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Cyprus Martyrs of Greek War of Independence to be Honored in July

Greek War of Independence
“Episode from the Greek War of Independence,” Eugene Delacroix, oil on canvas, 66.7×81.6 cm, 1856. Credit: National Gallery of Greece

The many martyrs of the Greek War of Independence on the island of Cyprus will be honored in a special online commemoration of their sacrifice as part of the ongoing celebration of the Greek bicentennial of the War of Independence in 1821.

The month of July, 2021 has been set apart by the American Hellenic Foundation of Western Pennsylvania, a group which presented a host of gala activities back on March 25, celebrating the Bicentennial of the Greek Revolution.

Called “A Synaxis of Friends,” the organization’s mission, in its words, is “To remember where we started from, to realize where we stand, and to decide where we want to go.”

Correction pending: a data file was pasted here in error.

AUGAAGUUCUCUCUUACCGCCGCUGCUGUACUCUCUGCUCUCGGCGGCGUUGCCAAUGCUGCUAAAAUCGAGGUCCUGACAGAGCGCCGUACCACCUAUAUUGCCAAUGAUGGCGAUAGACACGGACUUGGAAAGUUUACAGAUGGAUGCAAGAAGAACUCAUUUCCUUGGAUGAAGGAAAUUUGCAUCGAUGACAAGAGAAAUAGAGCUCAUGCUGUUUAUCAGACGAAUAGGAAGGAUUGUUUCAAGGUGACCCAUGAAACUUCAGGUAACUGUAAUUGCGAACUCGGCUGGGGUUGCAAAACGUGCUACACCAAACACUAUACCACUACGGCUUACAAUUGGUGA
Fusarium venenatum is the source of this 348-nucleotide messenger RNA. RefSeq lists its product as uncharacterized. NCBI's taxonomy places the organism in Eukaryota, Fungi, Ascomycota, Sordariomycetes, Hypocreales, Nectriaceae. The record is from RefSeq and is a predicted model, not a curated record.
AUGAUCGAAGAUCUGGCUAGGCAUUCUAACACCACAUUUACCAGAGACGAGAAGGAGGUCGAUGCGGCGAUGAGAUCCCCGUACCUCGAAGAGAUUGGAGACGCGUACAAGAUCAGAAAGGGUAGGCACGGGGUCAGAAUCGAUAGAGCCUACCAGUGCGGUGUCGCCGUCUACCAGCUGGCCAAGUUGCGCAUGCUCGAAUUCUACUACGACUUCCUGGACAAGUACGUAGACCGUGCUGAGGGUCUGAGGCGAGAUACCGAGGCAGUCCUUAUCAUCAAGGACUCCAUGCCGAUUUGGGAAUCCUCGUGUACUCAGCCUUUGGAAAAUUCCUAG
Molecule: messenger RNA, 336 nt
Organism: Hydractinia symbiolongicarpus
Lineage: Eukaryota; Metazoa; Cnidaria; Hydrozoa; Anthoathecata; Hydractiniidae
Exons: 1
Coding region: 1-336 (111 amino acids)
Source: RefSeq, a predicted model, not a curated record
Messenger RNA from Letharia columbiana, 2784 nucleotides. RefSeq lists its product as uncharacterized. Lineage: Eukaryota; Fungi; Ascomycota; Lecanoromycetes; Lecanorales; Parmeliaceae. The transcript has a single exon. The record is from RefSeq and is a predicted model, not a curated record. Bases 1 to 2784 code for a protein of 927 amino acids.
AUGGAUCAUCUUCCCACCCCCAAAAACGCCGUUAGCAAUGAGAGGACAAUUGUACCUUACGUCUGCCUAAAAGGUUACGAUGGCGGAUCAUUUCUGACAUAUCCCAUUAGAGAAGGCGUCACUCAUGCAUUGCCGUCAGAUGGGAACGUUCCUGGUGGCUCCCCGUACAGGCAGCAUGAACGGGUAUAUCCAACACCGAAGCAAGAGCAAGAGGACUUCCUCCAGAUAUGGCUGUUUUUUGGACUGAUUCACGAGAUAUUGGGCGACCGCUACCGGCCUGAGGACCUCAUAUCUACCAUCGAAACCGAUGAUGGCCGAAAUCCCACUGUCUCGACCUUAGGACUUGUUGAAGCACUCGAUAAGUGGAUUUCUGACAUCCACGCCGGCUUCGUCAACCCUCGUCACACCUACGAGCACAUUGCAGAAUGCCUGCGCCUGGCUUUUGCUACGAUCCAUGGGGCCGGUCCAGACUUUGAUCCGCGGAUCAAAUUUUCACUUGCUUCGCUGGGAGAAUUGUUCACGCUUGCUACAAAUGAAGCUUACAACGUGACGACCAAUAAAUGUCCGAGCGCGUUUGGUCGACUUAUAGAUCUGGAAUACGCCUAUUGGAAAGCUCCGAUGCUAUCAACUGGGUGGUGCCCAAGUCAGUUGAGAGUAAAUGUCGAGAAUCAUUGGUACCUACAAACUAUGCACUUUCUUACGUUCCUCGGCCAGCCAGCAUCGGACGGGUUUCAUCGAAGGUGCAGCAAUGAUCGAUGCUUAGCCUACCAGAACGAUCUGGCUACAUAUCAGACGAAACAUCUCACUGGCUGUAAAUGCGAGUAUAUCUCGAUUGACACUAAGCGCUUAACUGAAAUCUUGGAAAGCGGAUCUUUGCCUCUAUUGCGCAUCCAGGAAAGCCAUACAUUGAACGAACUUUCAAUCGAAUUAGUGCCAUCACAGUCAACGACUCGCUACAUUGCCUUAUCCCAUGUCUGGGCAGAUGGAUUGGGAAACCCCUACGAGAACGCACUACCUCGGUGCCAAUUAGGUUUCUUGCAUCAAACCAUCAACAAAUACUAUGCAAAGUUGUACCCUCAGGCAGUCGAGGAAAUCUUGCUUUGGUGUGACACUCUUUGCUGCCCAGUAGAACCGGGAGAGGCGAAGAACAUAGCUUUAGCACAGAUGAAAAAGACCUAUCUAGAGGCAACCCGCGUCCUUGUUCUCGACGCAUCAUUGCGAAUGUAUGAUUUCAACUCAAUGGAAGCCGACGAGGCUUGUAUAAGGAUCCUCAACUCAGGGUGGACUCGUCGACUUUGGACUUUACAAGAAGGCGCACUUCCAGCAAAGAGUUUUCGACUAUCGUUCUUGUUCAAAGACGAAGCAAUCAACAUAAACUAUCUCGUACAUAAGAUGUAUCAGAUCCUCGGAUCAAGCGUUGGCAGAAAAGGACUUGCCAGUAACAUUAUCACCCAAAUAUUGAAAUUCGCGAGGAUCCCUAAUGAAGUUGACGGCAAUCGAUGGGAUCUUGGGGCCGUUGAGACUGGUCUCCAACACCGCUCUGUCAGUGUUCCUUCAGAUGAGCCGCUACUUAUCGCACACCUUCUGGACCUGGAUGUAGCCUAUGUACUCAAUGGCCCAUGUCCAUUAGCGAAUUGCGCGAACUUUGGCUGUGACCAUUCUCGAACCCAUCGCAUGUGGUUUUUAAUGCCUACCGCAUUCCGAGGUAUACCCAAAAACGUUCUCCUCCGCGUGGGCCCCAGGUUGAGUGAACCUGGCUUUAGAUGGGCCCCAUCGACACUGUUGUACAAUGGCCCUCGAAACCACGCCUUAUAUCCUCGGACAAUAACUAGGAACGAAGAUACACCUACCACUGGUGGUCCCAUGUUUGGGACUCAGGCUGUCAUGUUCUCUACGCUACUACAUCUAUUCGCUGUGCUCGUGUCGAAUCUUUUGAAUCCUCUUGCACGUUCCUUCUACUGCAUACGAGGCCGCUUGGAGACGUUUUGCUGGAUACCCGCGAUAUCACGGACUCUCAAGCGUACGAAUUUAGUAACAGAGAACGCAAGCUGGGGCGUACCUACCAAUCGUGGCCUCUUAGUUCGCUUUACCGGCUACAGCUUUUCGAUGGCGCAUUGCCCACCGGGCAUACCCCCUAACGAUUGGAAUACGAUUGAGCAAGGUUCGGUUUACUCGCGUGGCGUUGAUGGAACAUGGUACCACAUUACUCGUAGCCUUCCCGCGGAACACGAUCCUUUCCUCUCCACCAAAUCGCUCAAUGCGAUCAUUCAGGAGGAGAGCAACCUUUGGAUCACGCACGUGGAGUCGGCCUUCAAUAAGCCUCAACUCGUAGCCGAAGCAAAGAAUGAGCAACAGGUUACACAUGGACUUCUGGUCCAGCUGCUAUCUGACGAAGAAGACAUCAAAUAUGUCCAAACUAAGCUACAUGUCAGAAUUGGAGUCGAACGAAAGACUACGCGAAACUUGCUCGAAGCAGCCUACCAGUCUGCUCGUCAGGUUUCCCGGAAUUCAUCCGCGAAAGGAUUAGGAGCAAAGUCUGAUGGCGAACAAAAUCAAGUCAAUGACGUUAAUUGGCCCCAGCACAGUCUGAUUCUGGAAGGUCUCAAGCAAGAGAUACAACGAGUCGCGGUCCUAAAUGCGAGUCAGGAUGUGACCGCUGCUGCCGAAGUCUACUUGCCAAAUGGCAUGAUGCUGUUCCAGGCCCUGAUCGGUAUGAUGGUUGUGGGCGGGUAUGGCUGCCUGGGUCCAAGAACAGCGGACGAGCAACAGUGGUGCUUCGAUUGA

The working group, consisting of members of the American Hellenic Foundation of Western PA, the Greek, French, English, Russian Nationality Room Committees, and the European Art Center of Greece, sponsored all the events that took place in the month of March 2021 to celebrate this once-in-a-lifetime event.

The Foundation’s director, Dr. Nick Giannoukakis, told Greek Reporter in an interview this week that July was selected for the next Greek War of Independence presentation “because of the martyric events during that month in Cyprus in 1821 — as well as the martyric events that took place in 1974.

Cyprus’ role in Greek War of Independence little known, appreciated

“Cyprus, its people, and its significant contribution and martyrdom, are largely unknown outside of the island and Greece,” he noted.

“For the first time, the heroes and martyrs of the island will be unveiled to the Diaspora in America, which is home today to many individuals of Cypriot descent whose desire is to see the martyric island united and free of oppressive forces that repeated the events of July 1821 in the same month of 1974.